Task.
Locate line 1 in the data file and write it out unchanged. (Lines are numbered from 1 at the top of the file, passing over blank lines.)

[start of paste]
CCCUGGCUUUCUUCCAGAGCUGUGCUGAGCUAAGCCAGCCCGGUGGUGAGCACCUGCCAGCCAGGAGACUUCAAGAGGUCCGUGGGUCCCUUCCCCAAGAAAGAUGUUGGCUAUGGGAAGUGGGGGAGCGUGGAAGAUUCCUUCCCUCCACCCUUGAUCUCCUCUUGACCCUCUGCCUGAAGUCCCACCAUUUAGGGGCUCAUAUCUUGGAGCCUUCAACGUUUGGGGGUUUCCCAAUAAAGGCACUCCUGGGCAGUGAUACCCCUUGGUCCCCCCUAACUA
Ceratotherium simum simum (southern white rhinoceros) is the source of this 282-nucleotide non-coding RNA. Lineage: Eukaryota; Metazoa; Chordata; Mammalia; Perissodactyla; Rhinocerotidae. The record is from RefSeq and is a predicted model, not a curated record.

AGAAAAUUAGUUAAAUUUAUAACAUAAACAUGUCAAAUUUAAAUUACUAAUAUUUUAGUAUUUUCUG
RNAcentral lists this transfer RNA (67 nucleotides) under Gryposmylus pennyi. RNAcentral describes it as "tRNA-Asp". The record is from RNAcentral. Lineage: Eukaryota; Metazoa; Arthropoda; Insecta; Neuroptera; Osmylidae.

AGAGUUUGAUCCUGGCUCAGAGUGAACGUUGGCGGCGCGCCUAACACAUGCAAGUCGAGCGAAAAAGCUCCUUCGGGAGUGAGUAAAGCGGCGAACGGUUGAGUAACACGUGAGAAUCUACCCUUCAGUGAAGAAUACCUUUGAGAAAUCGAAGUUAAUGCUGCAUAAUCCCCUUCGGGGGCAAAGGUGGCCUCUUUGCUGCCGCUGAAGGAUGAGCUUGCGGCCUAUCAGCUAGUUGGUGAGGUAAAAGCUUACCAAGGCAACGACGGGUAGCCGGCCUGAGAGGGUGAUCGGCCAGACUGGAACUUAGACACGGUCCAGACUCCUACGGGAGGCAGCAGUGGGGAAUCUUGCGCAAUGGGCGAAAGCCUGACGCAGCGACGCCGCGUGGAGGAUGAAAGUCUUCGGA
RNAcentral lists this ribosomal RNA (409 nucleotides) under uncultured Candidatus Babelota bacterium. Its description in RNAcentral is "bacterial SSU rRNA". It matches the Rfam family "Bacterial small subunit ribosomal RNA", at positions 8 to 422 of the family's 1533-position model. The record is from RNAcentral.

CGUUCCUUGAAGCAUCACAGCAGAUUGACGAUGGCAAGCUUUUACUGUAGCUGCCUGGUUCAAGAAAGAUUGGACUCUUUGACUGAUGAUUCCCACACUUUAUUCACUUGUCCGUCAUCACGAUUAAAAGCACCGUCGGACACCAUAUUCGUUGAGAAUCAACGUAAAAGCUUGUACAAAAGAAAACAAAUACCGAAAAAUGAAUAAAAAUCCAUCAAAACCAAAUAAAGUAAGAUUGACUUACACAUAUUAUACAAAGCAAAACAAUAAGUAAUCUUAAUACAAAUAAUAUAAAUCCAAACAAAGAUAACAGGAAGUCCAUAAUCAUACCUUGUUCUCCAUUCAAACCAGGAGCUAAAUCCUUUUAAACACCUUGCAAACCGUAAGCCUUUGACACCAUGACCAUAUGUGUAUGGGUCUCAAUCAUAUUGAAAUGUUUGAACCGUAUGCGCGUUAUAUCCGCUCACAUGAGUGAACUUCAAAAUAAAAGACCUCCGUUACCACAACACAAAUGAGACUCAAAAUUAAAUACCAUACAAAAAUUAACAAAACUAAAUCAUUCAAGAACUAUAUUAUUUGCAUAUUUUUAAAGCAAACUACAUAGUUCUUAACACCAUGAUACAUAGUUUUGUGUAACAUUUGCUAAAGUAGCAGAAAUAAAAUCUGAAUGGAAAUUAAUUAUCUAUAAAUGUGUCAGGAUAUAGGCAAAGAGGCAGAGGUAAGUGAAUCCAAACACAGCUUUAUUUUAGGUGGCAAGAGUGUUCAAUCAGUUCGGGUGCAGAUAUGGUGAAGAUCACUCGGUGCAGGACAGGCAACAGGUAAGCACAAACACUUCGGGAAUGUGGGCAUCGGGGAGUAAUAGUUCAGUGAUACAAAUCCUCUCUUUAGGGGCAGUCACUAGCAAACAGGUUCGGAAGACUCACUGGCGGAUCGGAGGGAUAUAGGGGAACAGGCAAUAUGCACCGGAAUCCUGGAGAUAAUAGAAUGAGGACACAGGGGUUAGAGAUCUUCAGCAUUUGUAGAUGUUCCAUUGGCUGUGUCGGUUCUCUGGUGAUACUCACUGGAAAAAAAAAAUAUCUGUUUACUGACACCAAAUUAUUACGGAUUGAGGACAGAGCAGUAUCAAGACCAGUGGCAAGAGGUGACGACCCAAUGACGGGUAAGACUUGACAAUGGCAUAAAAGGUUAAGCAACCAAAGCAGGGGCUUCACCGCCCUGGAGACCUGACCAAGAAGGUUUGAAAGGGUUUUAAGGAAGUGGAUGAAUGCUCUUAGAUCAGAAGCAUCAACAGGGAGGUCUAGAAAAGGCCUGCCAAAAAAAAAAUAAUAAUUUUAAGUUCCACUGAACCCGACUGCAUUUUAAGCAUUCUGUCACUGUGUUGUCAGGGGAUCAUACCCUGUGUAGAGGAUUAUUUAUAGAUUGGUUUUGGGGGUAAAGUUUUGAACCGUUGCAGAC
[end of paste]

CCCUGGCUUUCUUCCAGAGCUGUGCUGAGCUAAGCCAGCCCGGUGGUGAGCACCUGCCAGCCAGGAGACUUCAAGAGGUCCGUGGGUCCCUUCCCCAAGAAAGAUGUUGGCUAUGGGAAGUGGGGGAGCGUGGAAGAUUCCUUCCCUCCACCCUUGAUCUCCUCUUGACCCUCUGCCUGAAGUCCCACCAUUUAGGGGCUCAUAUCUUGGAGCCUUCAACGUUUGGGGGUUUCCCAAUAAAGGCACUCCUGGGCAGUGAUACCCCUUGGUCCCCCCUAACUA